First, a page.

Saturday, June 21, 2008
n Italian car advertisement is the latest example of the degree to which the recent displays of Chinese hyper-nationalist rage against certain foreign interests have created a degree of intimidation in the world.
Launching a new model -- the Delta -- under its Lancia line, automaker Fiat produced the following television ad (this is the 45 second version).
News of the ad campaign was reported in the Chinese media. If you can't, or don't have time to view the clip, Richard Gere gets into his new Delta on a Hollywood night and drives into the mountains. He arrives at dawn in Tibet. There is no political content.
Fiat Group apologized in a statement issued today:
"Fiat reiterates its neutrality in connection with any political matter, be it on a national or international basis," it said. "Fiat Group extends its apologies to the Government of the People's Republic of China and to the Chinese people."I would like to know what those Chinese media reports said, to get Fiat so spooked as to issue a preemptive apology. Who has taken offence? Did any official letters reach Fiat? And why would anyone be offended at this?
There are a lot of delicate flowers in the Middle Kingdom, and it doesn't take much to get them started. The merest hint of a rumour recently made Carrefour into a target for sustained protests in China. These campaigns against those who unintentionally offended hyper-nationalists, are usually justified by claiming, "They hurt the feelings of the People of China."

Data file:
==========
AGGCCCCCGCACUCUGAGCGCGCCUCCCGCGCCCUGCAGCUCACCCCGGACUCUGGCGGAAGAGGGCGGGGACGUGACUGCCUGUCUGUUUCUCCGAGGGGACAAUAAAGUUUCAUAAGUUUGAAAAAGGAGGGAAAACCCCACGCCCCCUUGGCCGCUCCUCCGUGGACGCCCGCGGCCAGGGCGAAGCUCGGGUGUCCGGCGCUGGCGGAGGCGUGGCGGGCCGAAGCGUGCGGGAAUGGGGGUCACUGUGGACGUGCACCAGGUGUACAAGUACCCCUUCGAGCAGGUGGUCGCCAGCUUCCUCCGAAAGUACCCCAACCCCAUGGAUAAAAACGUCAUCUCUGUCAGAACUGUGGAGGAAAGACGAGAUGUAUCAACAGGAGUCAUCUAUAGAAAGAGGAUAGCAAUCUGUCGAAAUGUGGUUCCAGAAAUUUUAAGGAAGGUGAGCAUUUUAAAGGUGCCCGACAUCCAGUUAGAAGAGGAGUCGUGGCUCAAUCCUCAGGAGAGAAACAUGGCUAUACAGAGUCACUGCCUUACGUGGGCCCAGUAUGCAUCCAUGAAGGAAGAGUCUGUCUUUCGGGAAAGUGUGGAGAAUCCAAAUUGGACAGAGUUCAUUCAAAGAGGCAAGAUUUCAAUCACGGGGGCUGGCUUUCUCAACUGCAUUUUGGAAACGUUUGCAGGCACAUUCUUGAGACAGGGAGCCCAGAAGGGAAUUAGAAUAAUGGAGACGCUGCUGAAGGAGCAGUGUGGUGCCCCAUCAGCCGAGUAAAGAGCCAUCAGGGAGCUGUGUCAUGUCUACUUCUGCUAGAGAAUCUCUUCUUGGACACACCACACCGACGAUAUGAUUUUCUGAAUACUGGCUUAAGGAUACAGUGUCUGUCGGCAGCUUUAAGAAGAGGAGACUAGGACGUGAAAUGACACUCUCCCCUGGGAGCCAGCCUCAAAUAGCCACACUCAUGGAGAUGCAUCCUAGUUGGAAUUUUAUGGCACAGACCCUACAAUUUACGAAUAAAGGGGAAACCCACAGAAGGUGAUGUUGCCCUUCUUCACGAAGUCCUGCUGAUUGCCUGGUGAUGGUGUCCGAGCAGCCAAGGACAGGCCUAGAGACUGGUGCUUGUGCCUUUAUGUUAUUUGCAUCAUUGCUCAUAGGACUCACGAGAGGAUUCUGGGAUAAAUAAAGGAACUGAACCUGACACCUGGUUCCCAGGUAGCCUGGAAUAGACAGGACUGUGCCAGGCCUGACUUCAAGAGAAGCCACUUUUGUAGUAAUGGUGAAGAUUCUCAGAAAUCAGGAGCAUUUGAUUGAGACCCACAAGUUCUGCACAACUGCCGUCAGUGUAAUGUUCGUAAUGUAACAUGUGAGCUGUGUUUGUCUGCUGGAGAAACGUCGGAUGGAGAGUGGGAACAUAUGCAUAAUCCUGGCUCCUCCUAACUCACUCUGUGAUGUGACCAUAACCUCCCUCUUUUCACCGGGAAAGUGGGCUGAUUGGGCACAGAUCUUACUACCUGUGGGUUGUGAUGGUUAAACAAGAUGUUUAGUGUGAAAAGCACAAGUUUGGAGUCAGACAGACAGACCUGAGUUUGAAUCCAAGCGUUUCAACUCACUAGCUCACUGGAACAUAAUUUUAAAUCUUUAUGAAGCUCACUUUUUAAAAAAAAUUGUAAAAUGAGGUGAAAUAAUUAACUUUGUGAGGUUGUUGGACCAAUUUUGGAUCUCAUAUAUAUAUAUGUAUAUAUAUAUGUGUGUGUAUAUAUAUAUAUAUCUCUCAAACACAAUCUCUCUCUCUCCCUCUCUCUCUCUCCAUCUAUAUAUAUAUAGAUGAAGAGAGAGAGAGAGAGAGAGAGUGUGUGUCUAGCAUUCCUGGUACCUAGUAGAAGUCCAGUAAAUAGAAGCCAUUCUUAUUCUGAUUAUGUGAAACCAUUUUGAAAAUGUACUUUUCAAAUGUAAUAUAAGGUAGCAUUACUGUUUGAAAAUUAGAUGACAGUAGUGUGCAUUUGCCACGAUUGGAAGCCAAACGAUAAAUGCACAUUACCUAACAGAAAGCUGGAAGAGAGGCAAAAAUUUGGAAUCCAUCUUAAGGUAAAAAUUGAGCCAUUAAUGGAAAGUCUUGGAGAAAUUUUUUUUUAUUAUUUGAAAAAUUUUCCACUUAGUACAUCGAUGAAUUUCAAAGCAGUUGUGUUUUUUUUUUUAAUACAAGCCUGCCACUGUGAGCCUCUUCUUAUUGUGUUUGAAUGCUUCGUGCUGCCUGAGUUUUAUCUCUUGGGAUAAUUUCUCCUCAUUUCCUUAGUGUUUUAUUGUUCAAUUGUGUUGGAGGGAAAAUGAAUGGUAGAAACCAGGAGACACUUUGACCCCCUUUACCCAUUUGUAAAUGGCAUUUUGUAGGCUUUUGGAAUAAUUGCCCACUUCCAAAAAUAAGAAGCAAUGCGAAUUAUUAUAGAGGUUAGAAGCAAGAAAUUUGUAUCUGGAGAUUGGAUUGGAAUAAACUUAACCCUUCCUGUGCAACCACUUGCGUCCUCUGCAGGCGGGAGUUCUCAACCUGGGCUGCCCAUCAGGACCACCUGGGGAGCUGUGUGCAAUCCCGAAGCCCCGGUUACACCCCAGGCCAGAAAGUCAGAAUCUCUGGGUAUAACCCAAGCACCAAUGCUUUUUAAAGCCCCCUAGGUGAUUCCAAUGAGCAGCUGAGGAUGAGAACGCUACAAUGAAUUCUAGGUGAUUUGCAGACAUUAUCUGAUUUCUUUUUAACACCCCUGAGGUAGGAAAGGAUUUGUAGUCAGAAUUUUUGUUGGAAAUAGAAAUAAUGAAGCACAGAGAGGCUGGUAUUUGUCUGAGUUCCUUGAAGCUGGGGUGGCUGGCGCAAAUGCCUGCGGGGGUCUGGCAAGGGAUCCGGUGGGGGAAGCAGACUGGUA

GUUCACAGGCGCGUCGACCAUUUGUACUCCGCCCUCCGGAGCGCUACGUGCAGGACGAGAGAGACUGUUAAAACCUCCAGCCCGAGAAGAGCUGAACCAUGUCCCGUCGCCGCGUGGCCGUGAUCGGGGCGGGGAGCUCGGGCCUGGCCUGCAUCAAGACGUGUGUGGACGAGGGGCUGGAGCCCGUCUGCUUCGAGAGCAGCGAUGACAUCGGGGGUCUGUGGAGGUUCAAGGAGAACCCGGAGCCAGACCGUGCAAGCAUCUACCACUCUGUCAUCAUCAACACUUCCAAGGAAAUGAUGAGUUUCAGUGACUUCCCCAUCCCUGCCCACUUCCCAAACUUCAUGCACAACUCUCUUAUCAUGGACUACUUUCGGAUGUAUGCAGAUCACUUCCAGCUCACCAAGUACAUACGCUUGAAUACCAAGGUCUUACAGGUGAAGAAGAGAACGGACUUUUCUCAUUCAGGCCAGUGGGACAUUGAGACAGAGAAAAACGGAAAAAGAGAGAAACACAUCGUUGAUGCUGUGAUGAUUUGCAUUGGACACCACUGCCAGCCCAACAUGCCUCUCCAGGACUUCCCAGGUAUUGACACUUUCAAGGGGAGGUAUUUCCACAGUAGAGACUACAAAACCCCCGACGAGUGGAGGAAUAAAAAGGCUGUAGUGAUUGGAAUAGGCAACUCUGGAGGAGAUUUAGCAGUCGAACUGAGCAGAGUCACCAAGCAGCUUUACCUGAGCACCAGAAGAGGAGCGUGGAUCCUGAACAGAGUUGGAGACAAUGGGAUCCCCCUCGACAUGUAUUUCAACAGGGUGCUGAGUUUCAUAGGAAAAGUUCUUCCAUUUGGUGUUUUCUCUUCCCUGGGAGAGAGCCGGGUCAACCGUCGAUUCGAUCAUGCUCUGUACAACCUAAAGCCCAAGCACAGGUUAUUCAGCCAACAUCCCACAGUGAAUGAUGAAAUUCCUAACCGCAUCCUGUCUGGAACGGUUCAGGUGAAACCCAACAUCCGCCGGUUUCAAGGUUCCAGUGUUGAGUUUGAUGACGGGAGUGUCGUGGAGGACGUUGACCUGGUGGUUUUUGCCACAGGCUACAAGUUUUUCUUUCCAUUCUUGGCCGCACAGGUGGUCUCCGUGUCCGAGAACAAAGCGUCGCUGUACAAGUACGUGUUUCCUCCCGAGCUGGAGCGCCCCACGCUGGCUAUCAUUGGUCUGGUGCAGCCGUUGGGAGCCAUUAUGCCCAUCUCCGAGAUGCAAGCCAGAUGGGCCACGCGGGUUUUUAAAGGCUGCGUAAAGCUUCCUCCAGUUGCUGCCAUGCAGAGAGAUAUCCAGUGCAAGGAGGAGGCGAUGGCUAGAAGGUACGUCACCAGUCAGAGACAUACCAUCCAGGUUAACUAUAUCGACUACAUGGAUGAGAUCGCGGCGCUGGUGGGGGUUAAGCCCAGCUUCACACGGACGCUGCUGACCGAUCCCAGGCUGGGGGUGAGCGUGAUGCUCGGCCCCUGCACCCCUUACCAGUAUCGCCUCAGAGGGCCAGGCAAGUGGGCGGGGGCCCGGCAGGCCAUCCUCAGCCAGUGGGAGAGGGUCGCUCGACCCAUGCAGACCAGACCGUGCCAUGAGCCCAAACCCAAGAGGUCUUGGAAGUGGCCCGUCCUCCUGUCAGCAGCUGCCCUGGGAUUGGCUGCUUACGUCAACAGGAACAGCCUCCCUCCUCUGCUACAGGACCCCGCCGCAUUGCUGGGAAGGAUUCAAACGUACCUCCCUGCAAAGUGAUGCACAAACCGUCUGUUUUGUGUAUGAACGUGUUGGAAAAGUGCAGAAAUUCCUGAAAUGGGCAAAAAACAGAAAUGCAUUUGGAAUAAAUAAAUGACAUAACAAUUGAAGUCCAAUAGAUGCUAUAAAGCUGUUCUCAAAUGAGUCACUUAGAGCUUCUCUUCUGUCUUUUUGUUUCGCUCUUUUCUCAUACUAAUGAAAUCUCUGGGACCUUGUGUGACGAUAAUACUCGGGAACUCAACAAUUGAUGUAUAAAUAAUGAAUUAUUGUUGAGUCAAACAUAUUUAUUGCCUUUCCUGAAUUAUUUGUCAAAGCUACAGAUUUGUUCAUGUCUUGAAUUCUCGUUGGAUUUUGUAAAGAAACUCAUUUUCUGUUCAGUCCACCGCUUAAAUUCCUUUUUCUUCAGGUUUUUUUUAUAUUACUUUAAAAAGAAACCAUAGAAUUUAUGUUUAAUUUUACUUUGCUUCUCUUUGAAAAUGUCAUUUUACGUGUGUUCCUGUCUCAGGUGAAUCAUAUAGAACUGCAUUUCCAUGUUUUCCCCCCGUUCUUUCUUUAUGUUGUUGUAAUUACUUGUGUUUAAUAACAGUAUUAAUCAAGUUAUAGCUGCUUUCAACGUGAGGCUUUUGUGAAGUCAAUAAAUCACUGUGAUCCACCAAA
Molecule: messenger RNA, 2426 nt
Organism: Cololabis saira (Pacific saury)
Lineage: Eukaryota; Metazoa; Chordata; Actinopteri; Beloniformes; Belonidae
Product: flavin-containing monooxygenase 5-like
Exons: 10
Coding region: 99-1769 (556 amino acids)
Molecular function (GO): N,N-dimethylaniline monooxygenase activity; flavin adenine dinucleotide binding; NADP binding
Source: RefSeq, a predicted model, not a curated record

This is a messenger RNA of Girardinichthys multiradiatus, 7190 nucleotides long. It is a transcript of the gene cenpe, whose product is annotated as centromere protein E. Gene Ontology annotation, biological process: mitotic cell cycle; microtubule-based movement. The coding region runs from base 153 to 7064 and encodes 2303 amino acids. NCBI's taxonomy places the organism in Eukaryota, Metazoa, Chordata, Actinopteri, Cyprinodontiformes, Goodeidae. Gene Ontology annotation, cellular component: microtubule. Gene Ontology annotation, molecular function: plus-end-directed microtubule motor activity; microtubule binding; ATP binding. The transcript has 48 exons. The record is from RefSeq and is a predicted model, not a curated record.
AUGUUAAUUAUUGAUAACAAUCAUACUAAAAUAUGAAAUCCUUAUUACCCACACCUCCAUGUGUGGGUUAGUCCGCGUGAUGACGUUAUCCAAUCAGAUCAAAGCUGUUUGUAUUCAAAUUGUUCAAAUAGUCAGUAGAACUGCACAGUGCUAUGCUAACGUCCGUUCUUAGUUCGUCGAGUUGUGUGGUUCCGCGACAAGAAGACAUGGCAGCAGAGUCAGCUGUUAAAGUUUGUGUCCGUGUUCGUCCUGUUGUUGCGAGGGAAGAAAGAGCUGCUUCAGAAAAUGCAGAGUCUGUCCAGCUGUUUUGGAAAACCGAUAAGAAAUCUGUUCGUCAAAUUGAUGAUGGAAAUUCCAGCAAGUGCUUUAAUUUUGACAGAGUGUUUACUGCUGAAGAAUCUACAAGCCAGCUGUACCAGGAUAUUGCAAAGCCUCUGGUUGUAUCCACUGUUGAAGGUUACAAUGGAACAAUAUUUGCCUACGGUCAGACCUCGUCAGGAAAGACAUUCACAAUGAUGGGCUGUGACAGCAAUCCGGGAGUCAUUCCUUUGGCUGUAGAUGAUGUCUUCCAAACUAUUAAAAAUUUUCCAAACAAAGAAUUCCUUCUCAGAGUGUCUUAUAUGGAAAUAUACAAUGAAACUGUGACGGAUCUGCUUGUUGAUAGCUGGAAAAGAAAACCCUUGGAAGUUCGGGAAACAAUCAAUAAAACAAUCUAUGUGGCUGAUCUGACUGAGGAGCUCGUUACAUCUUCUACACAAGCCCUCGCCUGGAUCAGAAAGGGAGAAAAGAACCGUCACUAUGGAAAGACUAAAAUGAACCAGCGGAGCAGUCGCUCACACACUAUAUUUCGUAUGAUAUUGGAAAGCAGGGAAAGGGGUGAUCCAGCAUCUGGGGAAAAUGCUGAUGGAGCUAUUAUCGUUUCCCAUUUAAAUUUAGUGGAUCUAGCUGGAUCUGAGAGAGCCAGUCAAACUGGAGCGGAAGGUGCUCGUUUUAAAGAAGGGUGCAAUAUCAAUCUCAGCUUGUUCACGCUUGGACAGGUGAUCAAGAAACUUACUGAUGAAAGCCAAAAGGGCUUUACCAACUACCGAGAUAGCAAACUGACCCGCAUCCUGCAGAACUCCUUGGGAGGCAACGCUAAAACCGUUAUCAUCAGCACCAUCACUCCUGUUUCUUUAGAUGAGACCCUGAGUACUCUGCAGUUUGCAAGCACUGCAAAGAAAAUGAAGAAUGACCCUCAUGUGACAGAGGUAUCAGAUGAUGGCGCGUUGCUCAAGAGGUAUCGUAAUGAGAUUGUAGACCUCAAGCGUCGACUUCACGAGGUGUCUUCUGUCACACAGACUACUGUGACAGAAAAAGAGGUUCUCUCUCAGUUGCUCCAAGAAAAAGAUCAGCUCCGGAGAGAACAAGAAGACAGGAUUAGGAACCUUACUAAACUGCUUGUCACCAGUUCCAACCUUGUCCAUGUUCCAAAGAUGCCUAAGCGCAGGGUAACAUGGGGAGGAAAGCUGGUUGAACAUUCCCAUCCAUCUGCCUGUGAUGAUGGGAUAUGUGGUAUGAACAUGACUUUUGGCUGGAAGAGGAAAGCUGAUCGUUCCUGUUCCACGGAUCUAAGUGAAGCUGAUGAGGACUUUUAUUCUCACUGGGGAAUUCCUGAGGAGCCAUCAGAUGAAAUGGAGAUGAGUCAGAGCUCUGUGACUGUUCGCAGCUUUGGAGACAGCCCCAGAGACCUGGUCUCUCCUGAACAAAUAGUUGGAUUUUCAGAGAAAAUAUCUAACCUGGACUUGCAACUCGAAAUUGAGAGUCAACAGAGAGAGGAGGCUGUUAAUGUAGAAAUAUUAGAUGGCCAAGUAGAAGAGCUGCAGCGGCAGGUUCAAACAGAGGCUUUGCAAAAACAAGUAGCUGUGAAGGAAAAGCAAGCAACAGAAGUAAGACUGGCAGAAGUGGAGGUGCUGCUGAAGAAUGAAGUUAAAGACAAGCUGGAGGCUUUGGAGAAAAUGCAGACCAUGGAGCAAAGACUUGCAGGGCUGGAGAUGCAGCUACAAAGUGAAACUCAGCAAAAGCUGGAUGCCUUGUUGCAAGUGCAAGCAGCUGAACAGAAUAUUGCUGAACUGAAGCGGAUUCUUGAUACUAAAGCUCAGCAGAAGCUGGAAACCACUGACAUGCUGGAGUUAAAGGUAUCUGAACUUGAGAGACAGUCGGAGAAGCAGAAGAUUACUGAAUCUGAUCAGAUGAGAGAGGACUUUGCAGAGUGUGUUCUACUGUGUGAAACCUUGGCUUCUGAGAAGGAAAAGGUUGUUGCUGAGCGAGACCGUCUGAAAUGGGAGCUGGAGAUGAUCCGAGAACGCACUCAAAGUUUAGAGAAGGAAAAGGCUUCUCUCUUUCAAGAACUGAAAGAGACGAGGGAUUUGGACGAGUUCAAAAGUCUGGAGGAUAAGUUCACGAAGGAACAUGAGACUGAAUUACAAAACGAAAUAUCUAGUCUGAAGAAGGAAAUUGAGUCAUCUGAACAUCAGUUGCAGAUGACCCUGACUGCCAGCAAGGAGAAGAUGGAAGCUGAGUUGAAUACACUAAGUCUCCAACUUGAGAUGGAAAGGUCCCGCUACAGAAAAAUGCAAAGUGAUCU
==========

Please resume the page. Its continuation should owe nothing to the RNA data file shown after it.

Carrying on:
When the PRC abuses another proud people for over half a century with rigid colonial rule, there isn't a passing thought about the hurt feelings of that People. Yet if anyone talks about these abuses, the Great Han Chauvinist will get offended on behalf of his people. Now, apparently, the mere visual depiction of that place is enough to ring his guilty conscience. Better apologize, just in case!
I thought, "That even looks like him." Second viewing, closely watching, and it still seemed so. So I clipped a detail. There could be a resemblance, in 10 or 15 years. He doesn't appear to be that old of a man yet.
Which reminds me, Chinese leaders are making a big mistake in expecting him to depart soon. He outlasted Mao, Deng, Jiang, and he'll likely outlast Hu. He is the solution to their problems.
Or could this be the reason for the sudden skittishness of Fiat? Maybe the Chinese media reports were touting this as a brief subliminal message, portending His Holiness' eventual return to Tibet, and meeting his old friend there.
Otherwise, it's just showing happy young monks and beautiful scenery. Isn't that what the Chinese government is selling to tourists anyway?